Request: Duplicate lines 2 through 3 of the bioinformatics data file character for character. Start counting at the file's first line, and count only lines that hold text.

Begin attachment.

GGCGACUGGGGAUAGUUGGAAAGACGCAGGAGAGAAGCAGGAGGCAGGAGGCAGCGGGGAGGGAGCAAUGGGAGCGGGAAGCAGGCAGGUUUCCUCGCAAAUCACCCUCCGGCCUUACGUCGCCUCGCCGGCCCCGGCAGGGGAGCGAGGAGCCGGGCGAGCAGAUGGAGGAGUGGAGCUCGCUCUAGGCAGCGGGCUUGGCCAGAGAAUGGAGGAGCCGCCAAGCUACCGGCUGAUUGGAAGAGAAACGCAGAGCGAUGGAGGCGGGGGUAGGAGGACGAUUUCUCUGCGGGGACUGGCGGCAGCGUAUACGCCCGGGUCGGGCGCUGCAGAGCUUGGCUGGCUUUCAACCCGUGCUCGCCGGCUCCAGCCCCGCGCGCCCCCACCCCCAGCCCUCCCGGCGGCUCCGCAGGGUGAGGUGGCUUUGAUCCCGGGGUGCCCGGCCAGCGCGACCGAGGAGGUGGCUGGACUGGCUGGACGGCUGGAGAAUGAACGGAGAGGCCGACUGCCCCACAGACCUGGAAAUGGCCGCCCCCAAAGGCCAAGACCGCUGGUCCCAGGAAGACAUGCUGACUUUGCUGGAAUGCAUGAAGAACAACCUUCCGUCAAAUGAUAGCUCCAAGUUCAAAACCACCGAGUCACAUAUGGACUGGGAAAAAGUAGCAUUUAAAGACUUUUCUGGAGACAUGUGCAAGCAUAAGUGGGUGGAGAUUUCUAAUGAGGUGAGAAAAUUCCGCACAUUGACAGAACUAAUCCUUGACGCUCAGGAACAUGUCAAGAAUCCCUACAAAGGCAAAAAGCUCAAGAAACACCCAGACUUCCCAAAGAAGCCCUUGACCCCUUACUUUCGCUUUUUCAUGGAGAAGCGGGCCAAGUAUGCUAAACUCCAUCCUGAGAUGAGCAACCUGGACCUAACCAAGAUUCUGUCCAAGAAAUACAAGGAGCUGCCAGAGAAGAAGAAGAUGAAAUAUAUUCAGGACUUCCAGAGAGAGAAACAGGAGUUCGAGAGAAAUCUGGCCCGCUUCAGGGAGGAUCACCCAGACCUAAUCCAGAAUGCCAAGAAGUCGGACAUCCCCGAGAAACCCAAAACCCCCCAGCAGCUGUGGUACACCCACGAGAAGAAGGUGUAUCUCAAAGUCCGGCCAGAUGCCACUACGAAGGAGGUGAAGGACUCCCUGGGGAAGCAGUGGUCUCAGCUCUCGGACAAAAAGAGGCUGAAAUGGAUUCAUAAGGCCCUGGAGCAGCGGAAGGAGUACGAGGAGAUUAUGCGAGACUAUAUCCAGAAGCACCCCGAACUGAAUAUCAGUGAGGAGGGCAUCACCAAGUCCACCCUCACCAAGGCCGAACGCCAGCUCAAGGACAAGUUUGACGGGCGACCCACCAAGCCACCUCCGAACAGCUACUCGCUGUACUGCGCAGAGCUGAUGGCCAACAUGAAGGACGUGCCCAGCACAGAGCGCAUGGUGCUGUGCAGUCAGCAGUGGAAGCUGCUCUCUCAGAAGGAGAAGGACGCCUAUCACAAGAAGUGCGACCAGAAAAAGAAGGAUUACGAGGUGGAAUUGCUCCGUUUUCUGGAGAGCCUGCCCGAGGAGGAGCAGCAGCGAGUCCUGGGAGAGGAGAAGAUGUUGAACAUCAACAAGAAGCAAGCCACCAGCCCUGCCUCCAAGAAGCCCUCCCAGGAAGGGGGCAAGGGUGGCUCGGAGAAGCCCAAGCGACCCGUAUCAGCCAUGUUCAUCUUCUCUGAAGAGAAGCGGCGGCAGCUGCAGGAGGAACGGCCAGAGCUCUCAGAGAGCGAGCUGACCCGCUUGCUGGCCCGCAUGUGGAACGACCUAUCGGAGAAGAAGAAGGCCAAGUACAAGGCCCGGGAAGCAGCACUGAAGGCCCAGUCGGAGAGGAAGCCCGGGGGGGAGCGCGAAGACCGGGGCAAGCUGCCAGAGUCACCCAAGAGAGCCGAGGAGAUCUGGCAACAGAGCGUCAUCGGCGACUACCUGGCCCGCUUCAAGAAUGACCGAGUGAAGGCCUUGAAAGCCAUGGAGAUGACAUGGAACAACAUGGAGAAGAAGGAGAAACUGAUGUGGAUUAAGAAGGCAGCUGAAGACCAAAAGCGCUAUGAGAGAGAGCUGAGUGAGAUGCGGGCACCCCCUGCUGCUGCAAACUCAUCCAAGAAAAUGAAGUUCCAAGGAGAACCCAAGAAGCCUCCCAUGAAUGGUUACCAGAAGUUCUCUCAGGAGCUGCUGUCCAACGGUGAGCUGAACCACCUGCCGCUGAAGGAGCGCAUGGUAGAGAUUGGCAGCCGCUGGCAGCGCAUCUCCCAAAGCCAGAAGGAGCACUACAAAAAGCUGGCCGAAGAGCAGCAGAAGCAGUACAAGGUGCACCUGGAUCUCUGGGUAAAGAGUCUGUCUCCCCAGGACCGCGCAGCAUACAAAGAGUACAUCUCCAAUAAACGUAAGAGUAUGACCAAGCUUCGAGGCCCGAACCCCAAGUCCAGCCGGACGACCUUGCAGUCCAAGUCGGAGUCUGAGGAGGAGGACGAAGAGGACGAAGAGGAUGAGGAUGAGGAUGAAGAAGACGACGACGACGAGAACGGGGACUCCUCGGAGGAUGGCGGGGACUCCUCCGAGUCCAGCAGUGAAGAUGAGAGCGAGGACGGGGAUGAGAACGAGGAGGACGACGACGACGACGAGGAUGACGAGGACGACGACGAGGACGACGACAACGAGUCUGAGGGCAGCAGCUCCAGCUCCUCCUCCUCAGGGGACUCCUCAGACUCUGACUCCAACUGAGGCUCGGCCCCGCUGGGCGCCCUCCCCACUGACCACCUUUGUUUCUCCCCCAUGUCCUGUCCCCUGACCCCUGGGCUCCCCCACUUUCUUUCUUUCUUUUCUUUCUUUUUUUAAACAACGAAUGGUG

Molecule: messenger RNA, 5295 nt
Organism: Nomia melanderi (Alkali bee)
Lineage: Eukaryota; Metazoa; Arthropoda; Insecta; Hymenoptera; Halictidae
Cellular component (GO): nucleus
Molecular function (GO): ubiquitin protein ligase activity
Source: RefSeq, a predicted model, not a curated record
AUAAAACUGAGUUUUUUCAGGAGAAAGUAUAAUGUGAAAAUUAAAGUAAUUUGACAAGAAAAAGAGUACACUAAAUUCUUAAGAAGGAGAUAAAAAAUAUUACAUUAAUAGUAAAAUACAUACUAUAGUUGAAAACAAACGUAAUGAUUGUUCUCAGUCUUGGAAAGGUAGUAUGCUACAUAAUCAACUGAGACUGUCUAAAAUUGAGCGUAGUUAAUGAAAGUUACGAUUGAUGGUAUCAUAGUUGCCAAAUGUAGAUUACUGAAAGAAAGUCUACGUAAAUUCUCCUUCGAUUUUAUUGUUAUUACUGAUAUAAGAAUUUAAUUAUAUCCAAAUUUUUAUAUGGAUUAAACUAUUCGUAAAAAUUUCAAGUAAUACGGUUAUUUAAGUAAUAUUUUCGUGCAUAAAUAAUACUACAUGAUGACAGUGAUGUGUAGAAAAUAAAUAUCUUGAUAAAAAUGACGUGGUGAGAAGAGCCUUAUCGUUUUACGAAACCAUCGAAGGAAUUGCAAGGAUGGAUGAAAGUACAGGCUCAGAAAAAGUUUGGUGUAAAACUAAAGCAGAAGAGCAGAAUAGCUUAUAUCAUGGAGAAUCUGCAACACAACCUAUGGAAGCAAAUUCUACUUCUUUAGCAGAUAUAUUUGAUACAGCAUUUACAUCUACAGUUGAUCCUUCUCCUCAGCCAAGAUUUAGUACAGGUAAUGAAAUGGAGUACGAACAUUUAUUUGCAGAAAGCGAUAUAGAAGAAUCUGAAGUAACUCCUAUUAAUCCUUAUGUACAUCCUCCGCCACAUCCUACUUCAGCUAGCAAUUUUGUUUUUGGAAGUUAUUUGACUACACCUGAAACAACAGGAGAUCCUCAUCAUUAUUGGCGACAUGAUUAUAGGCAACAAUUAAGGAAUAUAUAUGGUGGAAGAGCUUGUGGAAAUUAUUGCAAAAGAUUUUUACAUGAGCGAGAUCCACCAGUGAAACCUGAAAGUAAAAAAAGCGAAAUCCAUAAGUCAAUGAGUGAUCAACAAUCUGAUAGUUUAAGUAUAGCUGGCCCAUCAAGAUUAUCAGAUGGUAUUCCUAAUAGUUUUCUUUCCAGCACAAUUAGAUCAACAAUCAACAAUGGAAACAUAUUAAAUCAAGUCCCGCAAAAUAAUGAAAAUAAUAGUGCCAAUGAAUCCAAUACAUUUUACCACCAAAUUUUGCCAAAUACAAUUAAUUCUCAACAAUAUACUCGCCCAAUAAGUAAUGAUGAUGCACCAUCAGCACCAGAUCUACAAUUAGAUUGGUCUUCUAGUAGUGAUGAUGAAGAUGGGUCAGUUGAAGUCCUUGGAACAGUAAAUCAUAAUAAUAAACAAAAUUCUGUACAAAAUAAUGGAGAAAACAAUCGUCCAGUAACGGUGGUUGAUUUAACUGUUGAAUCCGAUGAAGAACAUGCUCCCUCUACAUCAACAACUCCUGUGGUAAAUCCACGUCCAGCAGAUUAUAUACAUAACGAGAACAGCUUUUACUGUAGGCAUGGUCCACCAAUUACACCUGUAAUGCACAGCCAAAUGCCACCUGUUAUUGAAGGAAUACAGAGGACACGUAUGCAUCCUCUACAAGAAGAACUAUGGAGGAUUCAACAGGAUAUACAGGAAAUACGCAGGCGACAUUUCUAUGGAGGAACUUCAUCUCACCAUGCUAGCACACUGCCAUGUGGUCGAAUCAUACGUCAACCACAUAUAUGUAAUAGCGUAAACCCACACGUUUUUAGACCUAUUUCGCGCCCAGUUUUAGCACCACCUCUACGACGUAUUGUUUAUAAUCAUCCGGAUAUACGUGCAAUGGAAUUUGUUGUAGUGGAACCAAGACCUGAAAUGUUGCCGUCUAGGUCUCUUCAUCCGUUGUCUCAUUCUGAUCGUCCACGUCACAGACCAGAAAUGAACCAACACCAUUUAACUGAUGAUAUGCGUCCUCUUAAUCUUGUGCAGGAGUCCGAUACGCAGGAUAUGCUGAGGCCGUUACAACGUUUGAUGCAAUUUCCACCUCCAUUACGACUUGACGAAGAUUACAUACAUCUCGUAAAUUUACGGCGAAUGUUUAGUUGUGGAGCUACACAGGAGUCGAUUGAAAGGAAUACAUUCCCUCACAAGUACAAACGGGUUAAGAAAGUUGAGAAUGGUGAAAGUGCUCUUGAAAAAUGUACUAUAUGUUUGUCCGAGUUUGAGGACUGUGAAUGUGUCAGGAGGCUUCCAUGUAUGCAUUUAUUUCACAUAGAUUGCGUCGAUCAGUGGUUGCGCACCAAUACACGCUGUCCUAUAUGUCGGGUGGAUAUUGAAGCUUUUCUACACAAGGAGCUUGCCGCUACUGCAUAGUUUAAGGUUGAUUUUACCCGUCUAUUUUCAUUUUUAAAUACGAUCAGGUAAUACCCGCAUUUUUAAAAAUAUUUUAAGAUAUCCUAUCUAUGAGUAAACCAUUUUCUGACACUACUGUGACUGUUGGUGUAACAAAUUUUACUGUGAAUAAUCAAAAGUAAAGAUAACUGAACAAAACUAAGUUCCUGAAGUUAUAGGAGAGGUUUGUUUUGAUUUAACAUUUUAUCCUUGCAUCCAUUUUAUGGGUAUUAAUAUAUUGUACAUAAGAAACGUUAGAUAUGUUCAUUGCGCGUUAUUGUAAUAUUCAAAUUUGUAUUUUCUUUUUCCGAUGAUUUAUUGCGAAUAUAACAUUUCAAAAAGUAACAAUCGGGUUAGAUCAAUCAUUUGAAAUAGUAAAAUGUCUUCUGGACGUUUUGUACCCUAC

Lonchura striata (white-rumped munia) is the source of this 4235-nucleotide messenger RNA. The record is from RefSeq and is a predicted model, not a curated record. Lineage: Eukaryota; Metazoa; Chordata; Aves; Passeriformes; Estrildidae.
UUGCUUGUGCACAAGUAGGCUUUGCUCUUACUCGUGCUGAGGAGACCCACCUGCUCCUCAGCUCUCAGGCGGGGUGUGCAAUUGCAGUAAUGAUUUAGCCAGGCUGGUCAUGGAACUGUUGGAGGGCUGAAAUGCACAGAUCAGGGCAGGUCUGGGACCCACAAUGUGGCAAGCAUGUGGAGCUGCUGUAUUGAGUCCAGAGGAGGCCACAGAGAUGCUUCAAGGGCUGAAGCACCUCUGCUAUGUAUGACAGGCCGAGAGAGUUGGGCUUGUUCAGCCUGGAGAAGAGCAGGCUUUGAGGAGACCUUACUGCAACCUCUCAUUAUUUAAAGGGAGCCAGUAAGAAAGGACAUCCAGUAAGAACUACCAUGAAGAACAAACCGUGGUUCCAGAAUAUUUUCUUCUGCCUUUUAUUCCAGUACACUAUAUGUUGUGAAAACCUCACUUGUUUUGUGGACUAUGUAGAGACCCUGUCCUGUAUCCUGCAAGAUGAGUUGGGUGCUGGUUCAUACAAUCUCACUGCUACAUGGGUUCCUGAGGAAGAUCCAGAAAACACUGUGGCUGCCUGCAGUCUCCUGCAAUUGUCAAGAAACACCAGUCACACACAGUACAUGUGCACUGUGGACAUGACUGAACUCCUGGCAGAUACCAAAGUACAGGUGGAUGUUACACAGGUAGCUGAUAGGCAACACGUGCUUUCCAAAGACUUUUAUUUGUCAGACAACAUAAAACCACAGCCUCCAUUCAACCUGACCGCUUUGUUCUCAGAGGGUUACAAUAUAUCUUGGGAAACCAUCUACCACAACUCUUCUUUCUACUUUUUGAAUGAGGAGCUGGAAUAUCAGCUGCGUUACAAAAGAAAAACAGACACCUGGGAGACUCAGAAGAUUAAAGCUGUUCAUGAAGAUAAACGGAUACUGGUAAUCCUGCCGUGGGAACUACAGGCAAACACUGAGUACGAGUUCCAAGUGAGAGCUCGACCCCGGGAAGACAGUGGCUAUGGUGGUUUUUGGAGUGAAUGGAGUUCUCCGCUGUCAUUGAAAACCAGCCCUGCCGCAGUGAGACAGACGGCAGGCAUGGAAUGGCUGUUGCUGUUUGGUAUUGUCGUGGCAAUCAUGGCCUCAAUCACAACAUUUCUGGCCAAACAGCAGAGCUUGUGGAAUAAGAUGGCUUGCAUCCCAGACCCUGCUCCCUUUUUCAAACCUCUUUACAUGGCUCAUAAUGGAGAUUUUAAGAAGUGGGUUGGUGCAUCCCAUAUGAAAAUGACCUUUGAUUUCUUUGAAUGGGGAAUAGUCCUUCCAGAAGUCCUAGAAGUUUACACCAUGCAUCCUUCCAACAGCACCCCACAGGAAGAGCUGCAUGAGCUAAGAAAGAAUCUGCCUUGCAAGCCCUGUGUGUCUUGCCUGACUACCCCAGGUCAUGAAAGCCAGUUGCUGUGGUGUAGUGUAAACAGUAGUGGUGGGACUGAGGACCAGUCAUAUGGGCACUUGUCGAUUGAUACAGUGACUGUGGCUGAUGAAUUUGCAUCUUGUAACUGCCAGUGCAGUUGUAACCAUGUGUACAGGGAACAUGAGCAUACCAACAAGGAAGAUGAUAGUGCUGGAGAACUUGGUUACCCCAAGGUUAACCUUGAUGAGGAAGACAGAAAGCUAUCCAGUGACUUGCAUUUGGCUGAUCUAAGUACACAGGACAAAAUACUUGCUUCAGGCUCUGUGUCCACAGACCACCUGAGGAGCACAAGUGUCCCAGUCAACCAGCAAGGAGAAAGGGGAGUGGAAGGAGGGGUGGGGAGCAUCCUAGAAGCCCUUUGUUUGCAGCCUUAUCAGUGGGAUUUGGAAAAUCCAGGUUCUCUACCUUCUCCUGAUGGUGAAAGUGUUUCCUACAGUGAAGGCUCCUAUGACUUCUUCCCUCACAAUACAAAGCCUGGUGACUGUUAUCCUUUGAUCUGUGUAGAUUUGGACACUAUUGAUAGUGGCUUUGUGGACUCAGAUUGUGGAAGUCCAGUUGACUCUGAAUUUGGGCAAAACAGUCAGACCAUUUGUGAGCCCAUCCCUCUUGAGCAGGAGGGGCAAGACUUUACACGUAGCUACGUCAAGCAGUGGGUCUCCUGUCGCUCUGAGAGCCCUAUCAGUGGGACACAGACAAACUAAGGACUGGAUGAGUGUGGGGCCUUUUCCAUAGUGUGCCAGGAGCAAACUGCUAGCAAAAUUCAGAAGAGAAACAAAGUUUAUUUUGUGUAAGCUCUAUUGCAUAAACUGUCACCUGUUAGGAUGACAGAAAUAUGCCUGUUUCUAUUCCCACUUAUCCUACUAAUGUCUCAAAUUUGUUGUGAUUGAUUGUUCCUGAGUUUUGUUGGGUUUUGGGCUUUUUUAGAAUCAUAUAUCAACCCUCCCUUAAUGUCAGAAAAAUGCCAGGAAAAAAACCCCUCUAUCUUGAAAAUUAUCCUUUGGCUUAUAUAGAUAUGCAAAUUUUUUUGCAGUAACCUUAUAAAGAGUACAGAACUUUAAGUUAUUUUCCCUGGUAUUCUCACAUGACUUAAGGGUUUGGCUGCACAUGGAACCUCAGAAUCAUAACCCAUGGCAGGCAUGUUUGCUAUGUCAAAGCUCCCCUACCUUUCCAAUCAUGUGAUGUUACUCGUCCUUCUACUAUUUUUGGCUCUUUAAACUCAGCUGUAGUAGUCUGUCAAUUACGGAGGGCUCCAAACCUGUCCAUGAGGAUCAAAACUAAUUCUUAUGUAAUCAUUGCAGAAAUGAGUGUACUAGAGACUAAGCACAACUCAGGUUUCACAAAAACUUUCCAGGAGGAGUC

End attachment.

Molecule: messenger RNA, 5295 nt
Organism: Nomia melanderi (Alkali bee)